Man's invention of agriculture changed us forever. Rather than nomadically roaming home territories in search of sufficient food sources, we were, for the first time ever, able to “put down roots” (pardon the pun) to create fixed-location resources. We could dig wells, build villages, create tools, and begin skills specialization. Since a few people (farmers) could create ample food for many, that labor was freed for other productive and supportive purposes.

Agriculture was a HUGELY successful invention. But what is it really? Viewed at its fundamental level, agriculture is a technology for reliably generating vast amounts of human consumable calories in a small space under controlled conditions. Agriculture is about generating as many calories as possible to feed as many people as possible. And today, as we know, modern highly-advanced agriculture truly feeds the world. So many calories of food are grown today that the world's population could not possibly be fed without agriculture's incredible output of human-consumable calories.

Agriculture was invented independently around the world approximately 6,000 years ago. So for the past many thousands of years agriculture's production of ever growing quantities of wheat, corn, rice, potato, and every other vegetable was seen as purely positive.

Unforeseen side effects

Until very recently everyone believed that calories were calories were calories, and the notion that there could be “good for us calories” and “bad for us calories” was considered absolute nonsense. But the belief that all calories are the same has been called into question as the increasing incidences of cancer, heart disease, and acquired diabetes are reaching epidemic proportions in a society that is increasingly following the “healthy” guidelines to reduce fat intake, reduce meat consumption, and eat more fat-free carbohydrate grain and starch. Some argue that it's not that we're getting sicker, it's that we're living longer—but children are becoming overweight, obese, and diabetic.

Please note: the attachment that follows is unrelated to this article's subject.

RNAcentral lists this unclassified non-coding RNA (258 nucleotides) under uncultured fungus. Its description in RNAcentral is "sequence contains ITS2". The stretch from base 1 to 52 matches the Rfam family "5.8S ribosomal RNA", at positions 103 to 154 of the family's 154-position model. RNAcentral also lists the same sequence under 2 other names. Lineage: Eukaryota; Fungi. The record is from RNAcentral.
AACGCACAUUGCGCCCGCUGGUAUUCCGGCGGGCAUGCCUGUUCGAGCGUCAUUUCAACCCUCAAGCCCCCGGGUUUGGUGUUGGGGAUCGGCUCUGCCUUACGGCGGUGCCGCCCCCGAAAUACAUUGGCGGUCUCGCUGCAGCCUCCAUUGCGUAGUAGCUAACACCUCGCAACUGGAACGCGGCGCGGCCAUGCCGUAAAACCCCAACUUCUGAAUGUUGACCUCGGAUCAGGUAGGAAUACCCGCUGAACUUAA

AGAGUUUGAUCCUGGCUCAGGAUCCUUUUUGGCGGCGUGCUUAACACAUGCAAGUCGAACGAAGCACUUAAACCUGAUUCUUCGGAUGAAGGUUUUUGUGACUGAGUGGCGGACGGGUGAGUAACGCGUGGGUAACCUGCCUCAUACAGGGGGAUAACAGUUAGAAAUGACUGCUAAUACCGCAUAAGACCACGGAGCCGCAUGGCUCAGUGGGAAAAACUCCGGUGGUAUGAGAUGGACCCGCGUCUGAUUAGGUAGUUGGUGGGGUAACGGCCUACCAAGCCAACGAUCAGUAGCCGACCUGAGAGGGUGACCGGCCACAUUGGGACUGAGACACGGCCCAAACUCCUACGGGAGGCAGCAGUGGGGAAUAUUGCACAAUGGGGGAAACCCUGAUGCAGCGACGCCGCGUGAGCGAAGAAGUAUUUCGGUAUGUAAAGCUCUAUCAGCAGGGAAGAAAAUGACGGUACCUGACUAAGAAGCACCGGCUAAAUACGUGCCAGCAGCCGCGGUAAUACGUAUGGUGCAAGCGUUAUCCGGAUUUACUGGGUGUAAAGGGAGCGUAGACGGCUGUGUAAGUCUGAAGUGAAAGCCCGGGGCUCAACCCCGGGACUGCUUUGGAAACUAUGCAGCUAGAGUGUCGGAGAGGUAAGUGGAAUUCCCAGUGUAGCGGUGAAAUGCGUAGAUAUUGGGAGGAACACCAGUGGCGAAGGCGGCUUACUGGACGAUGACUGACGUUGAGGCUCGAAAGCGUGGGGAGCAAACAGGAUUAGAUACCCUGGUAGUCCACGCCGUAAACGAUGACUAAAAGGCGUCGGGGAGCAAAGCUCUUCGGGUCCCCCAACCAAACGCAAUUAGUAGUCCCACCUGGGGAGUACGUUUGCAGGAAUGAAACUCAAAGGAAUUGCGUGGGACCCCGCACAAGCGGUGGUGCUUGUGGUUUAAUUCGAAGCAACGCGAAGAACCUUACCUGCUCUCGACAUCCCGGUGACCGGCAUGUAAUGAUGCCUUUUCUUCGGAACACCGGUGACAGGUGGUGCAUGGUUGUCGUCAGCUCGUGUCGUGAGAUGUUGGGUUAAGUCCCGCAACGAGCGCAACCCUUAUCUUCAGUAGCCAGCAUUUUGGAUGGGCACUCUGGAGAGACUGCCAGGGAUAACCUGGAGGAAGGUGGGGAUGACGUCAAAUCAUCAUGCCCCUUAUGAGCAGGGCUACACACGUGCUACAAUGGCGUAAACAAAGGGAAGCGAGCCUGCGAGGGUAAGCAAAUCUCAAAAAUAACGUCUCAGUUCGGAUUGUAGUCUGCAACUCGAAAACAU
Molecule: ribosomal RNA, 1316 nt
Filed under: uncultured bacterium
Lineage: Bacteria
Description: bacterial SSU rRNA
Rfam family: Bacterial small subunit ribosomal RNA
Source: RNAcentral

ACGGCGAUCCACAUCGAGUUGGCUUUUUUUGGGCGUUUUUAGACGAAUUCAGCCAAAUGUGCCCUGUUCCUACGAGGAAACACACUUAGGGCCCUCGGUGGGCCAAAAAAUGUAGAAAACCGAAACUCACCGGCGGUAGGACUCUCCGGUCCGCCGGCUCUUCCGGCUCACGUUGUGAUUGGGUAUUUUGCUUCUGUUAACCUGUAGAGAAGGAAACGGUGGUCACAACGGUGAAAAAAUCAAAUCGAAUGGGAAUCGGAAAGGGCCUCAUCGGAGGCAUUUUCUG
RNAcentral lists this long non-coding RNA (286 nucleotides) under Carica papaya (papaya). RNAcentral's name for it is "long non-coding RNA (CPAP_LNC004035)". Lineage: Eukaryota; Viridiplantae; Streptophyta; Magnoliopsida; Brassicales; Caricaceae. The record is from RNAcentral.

childhood-obesity

Recent carefully controlled studies are showing significant association between high grain and starch consumption and long-term troublesome health outcomes. The problem is that “association” is weak evidence at best, and we humans are notoriously bad at detecting anything that hurts us only a bit and kills us slowly. Just look at all the push-back smoking received as the evidence mounted that it was causing a range of problems. “Big Tobacco” business interests didn't want it to be true, and neither did the millions of people who loved smoking. Even though there was a lot of support for denying it, it was true nonetheless. And it took a long time for everyone to admit it.

It looks like we have exactly the same situation here with high-starch, low-cellulose carbohydrate food.

So what's the problem?

There appear to be several:

Our bodies have two storage forms of fuel—glycogen & fat—and three working forms of fuel—glucose, free fatty acids & ketones. Glucose (sugar) enables our bodies to respond to emergencies. It can be instantly called upon and burned (metabolized) without oxygen (anaerobically) to allow us to outrun predators and respond instantly. As a result, our bodies do not need large sugar storage and cannot store more about two thousand calories (kcal) of glucose in the form of glycogen. Note that this is about one day's worth of calories.